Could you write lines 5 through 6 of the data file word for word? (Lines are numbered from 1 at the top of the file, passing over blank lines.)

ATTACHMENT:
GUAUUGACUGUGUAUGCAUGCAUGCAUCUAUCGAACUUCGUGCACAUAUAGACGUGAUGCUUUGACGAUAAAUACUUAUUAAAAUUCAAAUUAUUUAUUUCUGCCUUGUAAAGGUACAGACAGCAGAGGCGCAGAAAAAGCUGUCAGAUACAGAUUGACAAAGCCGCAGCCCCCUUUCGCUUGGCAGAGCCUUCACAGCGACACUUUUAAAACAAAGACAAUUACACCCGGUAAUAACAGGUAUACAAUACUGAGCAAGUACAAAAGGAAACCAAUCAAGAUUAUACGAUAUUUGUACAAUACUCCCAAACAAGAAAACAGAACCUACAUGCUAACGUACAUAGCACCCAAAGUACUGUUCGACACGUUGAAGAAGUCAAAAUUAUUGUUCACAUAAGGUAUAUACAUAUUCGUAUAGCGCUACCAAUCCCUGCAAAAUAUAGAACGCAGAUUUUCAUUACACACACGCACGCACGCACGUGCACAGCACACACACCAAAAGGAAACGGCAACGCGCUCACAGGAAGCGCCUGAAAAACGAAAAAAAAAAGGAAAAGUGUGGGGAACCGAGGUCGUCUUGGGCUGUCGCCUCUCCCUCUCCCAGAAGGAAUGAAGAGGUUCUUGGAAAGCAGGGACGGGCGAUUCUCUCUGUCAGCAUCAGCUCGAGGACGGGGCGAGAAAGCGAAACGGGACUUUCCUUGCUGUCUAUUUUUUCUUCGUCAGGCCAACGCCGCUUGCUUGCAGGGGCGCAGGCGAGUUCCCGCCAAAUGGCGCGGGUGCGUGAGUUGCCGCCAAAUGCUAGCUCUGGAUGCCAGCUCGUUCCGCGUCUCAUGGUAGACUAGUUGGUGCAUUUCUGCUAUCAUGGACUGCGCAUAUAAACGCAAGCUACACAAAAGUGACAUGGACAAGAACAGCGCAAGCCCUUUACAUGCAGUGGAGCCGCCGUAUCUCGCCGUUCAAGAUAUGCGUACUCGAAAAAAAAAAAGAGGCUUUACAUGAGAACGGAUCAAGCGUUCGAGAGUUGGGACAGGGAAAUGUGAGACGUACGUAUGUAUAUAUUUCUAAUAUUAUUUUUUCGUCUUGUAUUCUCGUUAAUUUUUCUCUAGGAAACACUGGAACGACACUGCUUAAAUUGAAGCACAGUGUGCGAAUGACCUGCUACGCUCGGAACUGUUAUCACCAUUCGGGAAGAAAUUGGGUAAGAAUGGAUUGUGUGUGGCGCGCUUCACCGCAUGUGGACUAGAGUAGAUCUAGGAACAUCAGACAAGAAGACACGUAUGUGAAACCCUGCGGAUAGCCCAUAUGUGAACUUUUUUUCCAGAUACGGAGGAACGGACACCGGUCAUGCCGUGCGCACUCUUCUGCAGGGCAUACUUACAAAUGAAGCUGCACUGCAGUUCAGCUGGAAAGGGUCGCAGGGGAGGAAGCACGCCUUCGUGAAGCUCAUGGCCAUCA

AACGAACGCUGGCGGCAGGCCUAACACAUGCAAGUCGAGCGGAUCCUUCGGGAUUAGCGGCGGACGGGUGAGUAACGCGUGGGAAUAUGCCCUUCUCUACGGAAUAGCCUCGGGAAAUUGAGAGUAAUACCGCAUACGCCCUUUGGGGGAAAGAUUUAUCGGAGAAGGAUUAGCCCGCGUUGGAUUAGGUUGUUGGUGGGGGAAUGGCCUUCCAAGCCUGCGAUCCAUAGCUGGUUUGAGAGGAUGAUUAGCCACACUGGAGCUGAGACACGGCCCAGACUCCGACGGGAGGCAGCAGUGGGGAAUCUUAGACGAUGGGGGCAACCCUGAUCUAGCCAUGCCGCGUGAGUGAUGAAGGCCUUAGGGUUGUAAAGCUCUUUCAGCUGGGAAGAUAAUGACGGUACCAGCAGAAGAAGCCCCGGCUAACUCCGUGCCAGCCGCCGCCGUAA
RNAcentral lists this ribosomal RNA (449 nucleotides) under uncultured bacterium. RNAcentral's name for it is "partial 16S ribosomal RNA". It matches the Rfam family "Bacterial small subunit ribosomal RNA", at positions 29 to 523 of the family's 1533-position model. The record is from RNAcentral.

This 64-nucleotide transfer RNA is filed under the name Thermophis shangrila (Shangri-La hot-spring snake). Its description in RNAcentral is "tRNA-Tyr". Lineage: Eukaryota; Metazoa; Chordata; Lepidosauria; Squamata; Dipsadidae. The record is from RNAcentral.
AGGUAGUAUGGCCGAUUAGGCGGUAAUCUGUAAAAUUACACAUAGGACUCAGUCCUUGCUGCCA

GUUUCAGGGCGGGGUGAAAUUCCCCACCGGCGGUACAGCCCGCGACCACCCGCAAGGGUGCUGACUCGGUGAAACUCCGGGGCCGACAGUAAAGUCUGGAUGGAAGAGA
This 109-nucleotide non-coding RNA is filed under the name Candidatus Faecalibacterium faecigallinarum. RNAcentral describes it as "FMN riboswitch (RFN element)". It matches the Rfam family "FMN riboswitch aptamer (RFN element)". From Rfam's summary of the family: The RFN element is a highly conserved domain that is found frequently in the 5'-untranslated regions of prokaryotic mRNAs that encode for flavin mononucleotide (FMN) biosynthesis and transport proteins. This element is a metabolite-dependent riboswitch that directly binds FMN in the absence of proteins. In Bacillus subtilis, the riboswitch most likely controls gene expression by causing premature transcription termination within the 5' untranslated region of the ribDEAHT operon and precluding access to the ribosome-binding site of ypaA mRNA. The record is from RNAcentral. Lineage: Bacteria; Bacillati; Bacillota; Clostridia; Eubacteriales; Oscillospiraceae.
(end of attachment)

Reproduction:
AGGUAGUAUGGCCGAUUAGGCGGUAAUCUGUAAAAUUACACAUAGGACUCAGUCCUUGCUGCCA

GUUUCAGGGCGGGGUGAAAUUCCCCACCGGCGGUACAGCCCGCGACCACCCGCAAGGGUGCUGACUCGGUGAAACUCCGGGGCCGACAGUAAAGUCUGGAUGGAAGAGA